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Running on Empty
The gray tidal wave
By Steven Martinovich
Americans might be forgiven if, in this election year, their attention was telescoped on a few relatively short-term problems. Neither politicians nor the media has devoted much attention to the challenges America faces in coming decades, some that make most of what Americans face today seem mild by comparison. Not many are aware that in just few decades time, the American economy could collapse under the weight of debt.
Peter G. Peterson, former secretary of commerce under Richard Nixon, has spent much of his time in the past decade sounding that particular alarm. Running on Empty: How the Democratic and Republican Parties are Bankrupting Our Future and What Americans Can Do About It is his latest attempt to warn Americans that a perfect storm of an aging population and mounting public debt threaten to shatter the economy.
According to Peterson, the ground was laid decades ago with the creation of the entitlement society. Programs celebrated by Democrats like Social Security rest on the assumption that the next generation will pay for the benefits of the current one. Unfortunately the impending retirement of the Baby Boom generation threatens to swamp future generations with a tidal wave of debt as demand for benefits far outstrips the money available to pay for them. Even more problematic are the inevitable increased Medicare and Medicaid costs, which when combined with Social Security, will lead to tens of trillions of dollars in unfunded liabilities.
Unfortunately the self-described party of small government has also played a role in this drama. Although supply-side economics as been promoted by many Republicans with an almost religious fervor, Peterson argues that irresponsible tax cuts have exacerbated the situation. Rather than pursue a path of surpluses that could be put towards paying down the national debt and those impending liabilities, Republicans have elected to cut revenues while spending continues to rise inexorably. Although tax cuts are popular with the electorate, Peterson charges that they have done little to promote the economy and have essentially transferred costs to future generations.
It's an enormously unpleasant picture when one puts it all together. "In January 2004 the staff of the International Monetary Fund, who normally worry about profligate nations like Argentina, took direct aim at the United States, warning the world that we are careening towards insolvency. They point to a huge and growing imbalance between what the federal government has promised to pay in future benefits and what it can reasonably expect to collect in future taxes. Its long-term structural deficit now exceeds 500 per cent of gross domestic product. Closing that gap, the IMF calculated, 'would require an immediate and permanent 60 per cent hike in the federal income tax, or a 50 per cent cut in Social Security and Medicare benefits.'"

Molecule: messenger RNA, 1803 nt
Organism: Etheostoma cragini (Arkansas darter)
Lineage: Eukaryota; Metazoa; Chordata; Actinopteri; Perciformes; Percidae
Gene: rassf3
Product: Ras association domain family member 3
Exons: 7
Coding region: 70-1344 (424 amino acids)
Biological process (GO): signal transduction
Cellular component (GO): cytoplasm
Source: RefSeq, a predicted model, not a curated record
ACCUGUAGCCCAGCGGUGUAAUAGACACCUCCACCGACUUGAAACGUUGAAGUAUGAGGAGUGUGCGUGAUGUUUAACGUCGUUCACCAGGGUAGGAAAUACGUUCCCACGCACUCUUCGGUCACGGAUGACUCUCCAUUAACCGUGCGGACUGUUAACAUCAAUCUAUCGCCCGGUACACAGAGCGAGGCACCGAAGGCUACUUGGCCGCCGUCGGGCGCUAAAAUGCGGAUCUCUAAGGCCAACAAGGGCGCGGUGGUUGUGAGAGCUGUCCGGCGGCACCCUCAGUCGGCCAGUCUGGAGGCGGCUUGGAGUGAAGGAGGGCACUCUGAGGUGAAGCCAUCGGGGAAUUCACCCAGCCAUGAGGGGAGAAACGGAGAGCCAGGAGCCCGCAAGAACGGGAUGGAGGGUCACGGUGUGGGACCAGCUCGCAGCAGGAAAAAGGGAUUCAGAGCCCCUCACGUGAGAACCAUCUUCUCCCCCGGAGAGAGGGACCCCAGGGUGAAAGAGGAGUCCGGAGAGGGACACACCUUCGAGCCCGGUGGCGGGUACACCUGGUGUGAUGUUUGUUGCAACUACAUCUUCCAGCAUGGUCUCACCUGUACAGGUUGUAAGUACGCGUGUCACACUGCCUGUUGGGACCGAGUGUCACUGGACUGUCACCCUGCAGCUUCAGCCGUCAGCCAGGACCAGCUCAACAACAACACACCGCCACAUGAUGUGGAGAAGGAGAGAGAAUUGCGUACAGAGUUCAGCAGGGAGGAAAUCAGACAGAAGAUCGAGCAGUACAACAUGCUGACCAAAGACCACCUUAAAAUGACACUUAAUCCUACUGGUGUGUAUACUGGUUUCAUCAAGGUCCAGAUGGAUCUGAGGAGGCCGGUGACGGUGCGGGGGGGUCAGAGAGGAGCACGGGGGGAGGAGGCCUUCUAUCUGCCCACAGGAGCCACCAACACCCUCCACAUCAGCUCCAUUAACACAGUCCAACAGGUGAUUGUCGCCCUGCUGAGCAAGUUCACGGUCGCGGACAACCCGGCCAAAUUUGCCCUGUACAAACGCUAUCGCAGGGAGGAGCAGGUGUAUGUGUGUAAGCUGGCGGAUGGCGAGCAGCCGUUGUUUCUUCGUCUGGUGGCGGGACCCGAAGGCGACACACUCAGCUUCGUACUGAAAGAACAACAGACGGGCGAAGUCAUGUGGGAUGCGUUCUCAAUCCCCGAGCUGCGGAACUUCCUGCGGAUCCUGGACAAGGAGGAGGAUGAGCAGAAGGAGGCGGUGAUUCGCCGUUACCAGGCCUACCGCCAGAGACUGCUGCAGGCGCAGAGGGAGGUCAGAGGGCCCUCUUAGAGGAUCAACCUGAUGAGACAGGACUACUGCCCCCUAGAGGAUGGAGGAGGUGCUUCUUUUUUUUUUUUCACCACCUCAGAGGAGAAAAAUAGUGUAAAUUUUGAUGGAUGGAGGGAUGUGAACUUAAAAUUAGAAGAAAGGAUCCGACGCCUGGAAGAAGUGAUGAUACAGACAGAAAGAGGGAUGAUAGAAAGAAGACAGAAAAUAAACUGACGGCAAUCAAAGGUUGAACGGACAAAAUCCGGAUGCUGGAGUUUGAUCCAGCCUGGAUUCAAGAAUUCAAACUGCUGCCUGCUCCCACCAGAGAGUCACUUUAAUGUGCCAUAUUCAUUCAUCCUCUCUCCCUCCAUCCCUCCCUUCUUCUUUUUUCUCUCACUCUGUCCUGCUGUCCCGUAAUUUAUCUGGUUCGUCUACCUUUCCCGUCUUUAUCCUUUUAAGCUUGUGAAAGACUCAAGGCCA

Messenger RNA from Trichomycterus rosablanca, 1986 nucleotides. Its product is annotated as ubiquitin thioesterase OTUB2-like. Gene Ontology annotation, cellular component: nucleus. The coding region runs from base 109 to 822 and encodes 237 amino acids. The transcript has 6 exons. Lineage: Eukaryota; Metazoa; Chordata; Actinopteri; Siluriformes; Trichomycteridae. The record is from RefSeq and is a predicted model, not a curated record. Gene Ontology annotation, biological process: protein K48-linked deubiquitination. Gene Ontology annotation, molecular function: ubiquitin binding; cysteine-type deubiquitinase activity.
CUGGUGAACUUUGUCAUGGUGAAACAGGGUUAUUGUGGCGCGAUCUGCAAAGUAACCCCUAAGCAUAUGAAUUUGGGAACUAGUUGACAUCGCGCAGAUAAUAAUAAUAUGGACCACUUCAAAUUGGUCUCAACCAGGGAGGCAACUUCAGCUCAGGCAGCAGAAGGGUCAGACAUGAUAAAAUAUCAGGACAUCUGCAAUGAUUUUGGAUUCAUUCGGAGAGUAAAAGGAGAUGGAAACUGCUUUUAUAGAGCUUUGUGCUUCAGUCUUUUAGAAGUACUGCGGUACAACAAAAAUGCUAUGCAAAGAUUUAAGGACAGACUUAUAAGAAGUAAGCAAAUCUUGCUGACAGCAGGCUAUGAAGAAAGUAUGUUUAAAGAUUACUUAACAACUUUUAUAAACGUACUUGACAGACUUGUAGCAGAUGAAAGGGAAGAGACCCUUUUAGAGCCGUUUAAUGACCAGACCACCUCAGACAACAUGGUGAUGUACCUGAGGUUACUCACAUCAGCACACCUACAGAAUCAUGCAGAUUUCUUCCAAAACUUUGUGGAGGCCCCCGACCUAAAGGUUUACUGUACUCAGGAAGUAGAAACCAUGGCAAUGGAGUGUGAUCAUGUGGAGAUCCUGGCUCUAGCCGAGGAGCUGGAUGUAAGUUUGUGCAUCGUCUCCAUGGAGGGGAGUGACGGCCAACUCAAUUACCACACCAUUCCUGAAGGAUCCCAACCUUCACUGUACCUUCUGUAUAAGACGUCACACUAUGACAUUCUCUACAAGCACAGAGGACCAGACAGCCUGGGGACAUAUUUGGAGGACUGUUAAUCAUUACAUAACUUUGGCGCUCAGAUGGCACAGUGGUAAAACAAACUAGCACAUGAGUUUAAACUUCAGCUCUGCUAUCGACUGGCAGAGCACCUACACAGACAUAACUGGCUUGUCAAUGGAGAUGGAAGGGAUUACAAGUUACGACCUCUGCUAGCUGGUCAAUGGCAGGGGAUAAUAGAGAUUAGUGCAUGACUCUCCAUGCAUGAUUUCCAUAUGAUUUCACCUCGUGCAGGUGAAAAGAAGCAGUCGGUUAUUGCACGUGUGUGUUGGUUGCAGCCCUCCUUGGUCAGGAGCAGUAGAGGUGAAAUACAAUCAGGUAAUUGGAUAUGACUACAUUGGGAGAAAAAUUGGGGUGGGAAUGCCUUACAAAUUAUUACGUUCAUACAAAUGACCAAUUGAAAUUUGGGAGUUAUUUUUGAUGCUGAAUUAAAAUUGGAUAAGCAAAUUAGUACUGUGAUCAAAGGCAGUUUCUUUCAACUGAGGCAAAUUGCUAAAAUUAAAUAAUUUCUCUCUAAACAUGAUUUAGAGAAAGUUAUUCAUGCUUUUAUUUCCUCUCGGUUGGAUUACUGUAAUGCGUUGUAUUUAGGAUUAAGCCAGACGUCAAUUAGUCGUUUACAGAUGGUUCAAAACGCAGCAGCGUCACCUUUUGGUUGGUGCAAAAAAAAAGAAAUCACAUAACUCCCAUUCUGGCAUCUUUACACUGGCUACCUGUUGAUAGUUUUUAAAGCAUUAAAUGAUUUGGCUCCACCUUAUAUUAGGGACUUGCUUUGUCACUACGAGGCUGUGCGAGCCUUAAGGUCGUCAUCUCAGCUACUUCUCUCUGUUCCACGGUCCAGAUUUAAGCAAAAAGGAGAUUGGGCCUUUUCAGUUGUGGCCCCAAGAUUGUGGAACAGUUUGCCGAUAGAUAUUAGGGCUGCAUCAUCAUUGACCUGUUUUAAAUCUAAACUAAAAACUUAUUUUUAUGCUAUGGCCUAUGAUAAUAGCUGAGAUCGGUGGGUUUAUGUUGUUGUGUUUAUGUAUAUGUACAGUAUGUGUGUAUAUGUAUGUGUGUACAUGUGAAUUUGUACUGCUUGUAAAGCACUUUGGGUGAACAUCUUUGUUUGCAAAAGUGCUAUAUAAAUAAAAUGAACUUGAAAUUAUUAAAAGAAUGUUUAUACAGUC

Peterson argues that unfortunately the window for opportunity to avoid a $40 trillion to $70 trillion unfunded budget gap is rapidly closing. Americans can't rely on foreign capital to rescue it from its predicament because many countries are facing the same dilemma. Unless action is taken within the next few years our children and grandchildren can look forward to a future where they will be measurably poorer than their parents, the first time that will happen in American history. Indeed, the entire global economy is at risk given how important the American economy is to it.
To that end Peterson proposes a number of reforms including the indexing of new benefits to prices and not wages, mandatory personal retirement accounts, global caps on public health care spending, the use of modern accounting standards by the federal government and a number of political reforms, among others. Though Peterson could be accused of tacking on some unrelated items on his wish list, such as House of Representatives district reform, it's harder to argue that his proposals for entitlement reform wouldn't have a beneficial impact.
It's doubtless that people on either side of the political divide will have plenty to argue with in Running on Empty. Republicans will say that it was the entitlement happy days of the 1960s and 70s that have provoked this approaching disaster and that over-taxation is immoral. Democrats will likely respond that a government is a social contract among people, which exists to serve the common good. Peterson, and anyone concerned about public debt, would respond that in a few short years it won't matter who was responsible. America's demographic future, and the accompanying costs, are all but set in stone and the only thing left to argue about is who will pay the price: the people responsible or their children and grandchildren.
Steven Martinovich is a freelance writer in Sudbury, Ontario, Canada.
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